for National Geographic News
Uganda's national bird, the gray crowned crane, is threatened by "witch doctors" and commercial poachers, a new report says.
Commonly known as the crested crane, the bird's image adorns memorabilia, clothing, and souvenirs in the East African country. It's also the mascot for the national soccer team.
In the past decade, though, the crane population in Uganda has fallen from 50,000 to 20,000, primarily due to witch doctors—also known as traditional healers—who use the animals in folk medicine and poachers who take the birds from their natural habitat.
Development has also encroached onto the cranes' wetland habitat.
"The gray crowned crane is getting in more and more trouble," said Achilles Byaruhanga, director of the Kampala-based nonprofit organization Nature Uganda, which co-authored the report with the Wildlife Conservation Trust and the International Crane Foundation.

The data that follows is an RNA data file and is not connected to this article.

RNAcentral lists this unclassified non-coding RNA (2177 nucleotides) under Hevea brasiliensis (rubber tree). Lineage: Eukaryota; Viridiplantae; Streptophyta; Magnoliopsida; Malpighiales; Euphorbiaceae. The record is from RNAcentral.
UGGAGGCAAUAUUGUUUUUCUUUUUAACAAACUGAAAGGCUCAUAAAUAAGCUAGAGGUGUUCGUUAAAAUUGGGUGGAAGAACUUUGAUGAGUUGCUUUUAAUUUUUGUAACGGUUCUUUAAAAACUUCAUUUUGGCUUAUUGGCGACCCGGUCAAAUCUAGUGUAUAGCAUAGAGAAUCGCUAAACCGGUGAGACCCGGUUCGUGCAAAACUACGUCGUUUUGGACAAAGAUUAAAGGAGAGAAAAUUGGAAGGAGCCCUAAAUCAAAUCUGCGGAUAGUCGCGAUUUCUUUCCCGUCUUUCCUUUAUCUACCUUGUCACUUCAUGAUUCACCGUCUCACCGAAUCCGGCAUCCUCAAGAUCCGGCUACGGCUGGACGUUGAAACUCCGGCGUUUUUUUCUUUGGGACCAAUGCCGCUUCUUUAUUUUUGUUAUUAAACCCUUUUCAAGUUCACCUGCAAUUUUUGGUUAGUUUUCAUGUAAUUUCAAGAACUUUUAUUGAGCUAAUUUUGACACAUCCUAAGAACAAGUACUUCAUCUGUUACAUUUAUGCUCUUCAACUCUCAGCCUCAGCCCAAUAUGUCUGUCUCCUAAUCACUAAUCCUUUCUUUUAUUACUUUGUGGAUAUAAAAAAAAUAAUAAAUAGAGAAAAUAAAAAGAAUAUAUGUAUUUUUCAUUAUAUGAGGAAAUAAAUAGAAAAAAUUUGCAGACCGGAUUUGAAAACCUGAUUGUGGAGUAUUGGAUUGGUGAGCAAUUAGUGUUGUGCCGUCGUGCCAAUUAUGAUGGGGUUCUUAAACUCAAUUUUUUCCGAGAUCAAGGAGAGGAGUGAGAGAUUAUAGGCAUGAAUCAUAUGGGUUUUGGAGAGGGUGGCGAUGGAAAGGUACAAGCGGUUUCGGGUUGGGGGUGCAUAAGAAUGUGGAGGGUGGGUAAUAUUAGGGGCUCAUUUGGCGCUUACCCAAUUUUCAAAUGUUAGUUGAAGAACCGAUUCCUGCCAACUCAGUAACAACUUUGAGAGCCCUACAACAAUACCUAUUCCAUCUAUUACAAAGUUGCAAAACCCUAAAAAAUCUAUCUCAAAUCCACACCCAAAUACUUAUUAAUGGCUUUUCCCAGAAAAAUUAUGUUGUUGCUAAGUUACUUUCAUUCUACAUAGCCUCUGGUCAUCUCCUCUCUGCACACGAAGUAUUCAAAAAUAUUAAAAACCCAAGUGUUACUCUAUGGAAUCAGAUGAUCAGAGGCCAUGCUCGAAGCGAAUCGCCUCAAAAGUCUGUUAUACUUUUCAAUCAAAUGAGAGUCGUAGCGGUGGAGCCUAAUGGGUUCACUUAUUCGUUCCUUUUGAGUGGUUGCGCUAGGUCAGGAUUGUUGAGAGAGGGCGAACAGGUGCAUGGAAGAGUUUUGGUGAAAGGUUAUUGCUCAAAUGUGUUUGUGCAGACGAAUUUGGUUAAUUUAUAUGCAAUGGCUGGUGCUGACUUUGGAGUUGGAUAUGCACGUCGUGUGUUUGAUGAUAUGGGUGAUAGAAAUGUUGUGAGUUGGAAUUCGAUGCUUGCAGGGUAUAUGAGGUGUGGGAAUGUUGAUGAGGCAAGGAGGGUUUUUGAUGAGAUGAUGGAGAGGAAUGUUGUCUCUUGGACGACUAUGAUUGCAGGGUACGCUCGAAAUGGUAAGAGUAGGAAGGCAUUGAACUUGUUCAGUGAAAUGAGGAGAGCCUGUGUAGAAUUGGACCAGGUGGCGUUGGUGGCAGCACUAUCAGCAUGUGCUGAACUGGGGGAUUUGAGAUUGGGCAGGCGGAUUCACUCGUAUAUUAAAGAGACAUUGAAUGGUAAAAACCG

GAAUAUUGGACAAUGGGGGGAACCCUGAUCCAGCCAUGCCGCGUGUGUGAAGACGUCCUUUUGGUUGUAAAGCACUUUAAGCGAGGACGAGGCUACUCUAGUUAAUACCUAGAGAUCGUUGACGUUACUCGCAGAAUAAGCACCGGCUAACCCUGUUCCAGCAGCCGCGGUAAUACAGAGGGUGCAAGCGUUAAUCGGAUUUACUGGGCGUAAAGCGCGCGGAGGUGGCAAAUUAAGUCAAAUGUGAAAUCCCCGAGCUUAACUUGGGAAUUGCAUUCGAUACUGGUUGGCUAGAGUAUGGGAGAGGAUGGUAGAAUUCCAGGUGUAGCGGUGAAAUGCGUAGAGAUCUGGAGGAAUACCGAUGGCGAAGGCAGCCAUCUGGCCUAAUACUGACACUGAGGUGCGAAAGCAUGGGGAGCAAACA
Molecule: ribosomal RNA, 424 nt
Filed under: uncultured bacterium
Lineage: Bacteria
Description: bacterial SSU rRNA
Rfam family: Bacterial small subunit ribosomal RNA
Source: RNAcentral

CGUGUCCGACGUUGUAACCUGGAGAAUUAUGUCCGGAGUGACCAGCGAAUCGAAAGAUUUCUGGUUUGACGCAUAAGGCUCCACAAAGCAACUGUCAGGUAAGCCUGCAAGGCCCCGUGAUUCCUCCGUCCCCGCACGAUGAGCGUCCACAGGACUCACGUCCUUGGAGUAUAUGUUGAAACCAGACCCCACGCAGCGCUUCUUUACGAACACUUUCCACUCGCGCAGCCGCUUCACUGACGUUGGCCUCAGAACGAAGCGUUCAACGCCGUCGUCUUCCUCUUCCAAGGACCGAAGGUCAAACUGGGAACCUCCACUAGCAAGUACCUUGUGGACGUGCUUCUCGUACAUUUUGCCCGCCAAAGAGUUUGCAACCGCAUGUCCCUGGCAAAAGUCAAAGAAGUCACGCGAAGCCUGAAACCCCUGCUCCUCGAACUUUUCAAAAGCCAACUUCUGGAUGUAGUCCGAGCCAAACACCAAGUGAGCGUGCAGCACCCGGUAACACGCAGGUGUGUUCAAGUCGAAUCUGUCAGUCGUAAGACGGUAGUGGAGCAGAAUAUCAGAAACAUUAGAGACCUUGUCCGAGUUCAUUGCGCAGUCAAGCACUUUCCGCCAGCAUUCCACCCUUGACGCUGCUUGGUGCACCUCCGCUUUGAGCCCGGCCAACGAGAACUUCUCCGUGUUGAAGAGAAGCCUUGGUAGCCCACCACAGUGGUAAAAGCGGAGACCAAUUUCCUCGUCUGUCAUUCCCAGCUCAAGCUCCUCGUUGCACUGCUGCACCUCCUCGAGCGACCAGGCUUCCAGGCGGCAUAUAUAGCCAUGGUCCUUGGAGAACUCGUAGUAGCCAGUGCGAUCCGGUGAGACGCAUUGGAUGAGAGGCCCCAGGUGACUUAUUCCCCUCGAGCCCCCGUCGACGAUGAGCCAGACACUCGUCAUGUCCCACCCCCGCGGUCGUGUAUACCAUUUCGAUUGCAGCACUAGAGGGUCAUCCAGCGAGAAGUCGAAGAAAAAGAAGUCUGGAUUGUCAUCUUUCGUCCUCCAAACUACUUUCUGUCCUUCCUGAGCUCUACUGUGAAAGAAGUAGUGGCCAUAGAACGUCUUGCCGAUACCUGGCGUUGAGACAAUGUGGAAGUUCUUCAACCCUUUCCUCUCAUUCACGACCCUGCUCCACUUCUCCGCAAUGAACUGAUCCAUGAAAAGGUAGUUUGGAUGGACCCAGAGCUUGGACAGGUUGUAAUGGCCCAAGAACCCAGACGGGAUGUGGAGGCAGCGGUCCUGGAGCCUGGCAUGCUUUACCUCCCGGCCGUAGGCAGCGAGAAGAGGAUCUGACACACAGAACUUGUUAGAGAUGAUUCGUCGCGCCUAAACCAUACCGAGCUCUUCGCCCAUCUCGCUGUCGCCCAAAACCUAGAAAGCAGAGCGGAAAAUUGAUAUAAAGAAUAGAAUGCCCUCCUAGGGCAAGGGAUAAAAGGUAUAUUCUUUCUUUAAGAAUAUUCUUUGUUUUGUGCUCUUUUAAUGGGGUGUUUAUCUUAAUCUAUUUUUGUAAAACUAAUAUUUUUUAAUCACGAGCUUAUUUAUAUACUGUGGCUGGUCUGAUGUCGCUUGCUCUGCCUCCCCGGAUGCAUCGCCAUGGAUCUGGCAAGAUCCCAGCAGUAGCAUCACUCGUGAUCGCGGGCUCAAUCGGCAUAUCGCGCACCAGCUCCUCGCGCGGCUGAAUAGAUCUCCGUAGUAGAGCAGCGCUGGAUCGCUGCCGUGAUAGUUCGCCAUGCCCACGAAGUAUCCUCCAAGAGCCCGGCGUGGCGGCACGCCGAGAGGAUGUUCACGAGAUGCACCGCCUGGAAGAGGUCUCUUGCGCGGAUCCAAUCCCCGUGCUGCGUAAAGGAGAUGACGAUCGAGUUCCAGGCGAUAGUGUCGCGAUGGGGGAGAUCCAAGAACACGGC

The team conducted the study from April to September 2007 in southern Uganda, near the Tanzanian border. The traditional healers cooperated with the research under the condition they would remain anonymous, since taking cranes for medicinal reasons is illegal in Uganda.
The researchers found more than 40 dead cranes in the shrines of such healers. (See a map of Uganda.)
Because cranes mate for life, local people believe marriages and relationships will last longer if people consume the feathers and eggs of the birds, according to a traditional healer who lives near the state of Masaka in southwestern Uganda. He wished to remain anonymous because he feared his business would be shut down by the government.
The healers crush the eggs with herbs to sell as a "love potion." Feathers, claws, and beaks of the cranes are also used in drinks and as decorations for promoting monogamy and affection.
The crane is also perceived as a good omen that can cast away evil spirits from children.
(Related news: "World Cup Witchcraft: Africa Teams Turn to Magic for Aid" [June 30, 2006].)
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